In “The Counsellor…”, Mark Kermode Bites Off More Than He Can Chew
By Rochus Pomponius, Adjunct Critic
It is clear that Mark Kernode is more in over his head than his subject’s protagonist in “The Counsellor – review | Mark Kermode.”
There’s no denying Kermode’s talent as a writer. He clearly has a gift for persuasion that exceeds even the most convincing offerings of his peers. He draws one in with enticing charm, stimulates the imagination with colorful descriptors and methodically placed analogies, and delivers a conclusive deliberation that will be met agreeably with his audience (if not agreed upon). Along the way, they will find themselves enlightened, entertained and even a little inspired.
However, for all these positives, Kermode still seems to fall short—not so much in accomplishing his task, but at a level befitting of his potential. One with such robust lyrical skill should display their gift confidently and proudly with no inhibition. Anything less is to squander one’s talent and ultimately let the audience down as well as oneself. Indeed, that is the main hindrance that prevents him from progressing to the next level.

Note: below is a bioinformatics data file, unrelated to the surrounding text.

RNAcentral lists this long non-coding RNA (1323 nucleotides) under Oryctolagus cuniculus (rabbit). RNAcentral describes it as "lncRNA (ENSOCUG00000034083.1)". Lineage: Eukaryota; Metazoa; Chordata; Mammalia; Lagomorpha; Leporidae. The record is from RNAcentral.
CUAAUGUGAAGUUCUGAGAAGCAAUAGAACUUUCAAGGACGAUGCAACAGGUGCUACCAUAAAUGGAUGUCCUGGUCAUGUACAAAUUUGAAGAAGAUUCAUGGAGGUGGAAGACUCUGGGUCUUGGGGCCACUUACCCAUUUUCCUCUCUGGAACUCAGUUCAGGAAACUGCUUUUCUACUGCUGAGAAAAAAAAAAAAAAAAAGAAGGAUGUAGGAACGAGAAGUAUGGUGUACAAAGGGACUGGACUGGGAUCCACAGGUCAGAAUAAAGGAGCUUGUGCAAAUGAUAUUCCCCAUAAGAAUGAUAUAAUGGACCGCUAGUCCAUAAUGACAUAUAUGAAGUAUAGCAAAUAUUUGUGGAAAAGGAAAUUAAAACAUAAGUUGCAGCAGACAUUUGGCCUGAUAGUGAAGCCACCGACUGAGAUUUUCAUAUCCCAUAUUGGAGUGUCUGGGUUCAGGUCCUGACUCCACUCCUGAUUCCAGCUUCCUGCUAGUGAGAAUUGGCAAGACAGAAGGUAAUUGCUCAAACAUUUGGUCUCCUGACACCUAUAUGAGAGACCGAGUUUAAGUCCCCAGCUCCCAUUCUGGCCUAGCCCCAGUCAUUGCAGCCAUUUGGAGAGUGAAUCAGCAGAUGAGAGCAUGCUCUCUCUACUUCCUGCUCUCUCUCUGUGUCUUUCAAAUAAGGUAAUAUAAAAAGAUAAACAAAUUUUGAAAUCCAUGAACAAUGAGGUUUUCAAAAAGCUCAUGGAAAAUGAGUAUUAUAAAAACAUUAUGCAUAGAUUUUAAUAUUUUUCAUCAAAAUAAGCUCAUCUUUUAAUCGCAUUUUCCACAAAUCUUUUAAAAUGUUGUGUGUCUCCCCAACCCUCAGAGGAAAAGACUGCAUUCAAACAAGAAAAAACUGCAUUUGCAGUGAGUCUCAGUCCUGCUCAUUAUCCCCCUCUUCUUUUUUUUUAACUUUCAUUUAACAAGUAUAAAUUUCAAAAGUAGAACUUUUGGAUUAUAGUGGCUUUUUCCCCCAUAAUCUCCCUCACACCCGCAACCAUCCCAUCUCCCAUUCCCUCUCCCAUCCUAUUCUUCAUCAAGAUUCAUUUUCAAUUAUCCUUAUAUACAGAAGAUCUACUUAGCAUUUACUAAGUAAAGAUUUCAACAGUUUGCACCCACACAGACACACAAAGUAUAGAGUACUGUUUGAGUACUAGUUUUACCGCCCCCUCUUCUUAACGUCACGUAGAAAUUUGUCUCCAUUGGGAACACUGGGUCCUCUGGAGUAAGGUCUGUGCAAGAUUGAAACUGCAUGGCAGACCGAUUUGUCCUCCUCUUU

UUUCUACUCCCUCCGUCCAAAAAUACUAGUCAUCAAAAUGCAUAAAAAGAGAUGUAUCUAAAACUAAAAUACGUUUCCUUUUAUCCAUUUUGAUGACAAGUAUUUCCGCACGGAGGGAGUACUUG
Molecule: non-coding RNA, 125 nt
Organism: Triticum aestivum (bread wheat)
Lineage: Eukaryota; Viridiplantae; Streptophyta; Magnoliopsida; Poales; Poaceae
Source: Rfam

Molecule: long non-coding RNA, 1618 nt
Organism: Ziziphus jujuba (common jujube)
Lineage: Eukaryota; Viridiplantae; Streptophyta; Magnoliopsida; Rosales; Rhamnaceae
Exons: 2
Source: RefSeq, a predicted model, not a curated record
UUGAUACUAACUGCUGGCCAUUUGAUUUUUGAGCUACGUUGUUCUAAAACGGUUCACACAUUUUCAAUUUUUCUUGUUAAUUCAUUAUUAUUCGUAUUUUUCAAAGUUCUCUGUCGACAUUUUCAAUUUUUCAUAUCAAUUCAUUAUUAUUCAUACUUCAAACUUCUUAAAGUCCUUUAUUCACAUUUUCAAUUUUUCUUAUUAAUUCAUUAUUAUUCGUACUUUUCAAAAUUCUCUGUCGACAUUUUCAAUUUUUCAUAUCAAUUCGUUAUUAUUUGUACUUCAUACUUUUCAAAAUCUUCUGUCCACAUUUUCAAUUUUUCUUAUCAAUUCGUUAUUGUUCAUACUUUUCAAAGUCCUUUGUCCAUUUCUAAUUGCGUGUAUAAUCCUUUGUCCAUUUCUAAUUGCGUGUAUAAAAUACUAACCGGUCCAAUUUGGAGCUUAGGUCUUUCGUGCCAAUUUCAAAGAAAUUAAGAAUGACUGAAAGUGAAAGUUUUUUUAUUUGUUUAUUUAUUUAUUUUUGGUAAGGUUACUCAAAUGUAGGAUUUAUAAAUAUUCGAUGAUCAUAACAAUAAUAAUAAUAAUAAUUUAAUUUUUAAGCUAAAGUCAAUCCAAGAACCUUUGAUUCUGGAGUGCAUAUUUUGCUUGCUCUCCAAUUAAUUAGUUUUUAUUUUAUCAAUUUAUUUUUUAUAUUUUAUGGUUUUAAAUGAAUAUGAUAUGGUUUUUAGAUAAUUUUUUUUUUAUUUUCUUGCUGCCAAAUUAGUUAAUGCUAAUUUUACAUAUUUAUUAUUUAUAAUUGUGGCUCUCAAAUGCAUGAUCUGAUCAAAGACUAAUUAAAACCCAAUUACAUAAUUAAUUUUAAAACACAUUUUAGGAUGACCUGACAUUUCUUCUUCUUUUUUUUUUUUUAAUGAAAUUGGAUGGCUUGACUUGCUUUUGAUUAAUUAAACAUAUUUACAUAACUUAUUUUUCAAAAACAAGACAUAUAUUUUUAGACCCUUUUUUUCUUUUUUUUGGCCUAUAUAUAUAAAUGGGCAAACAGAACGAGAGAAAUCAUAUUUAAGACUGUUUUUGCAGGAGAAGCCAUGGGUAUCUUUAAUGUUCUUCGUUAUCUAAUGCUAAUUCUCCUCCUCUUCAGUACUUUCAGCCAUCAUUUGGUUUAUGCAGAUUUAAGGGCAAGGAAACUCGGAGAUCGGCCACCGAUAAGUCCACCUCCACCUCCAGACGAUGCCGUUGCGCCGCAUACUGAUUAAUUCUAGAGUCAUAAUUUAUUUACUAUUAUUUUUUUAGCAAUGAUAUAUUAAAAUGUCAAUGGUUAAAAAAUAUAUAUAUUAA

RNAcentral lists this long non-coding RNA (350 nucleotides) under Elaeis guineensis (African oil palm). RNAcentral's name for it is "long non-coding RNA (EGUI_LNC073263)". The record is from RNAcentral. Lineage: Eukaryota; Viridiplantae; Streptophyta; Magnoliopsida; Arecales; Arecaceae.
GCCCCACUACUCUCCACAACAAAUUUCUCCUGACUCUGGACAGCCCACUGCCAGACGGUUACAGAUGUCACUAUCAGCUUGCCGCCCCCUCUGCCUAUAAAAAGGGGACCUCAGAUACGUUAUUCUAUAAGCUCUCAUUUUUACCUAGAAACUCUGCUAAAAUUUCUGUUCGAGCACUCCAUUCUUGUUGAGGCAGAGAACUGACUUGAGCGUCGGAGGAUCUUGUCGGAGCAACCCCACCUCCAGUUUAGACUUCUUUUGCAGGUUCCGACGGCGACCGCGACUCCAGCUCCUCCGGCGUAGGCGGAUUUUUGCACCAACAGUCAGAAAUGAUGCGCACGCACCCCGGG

While ultimately delivering a legitimately decent textual offering, Kermode falls short of greatness due to his inability to wield his steroid-pumped lyrical prowess effectively. And yet, there is hope. One day, when he decides to fulfill his destiny, he will produce something truly amazing and solidify his place as one of the greatest writers of his day. Until then, the audience can take comfort in knowing they’re witnessing a legend in the making.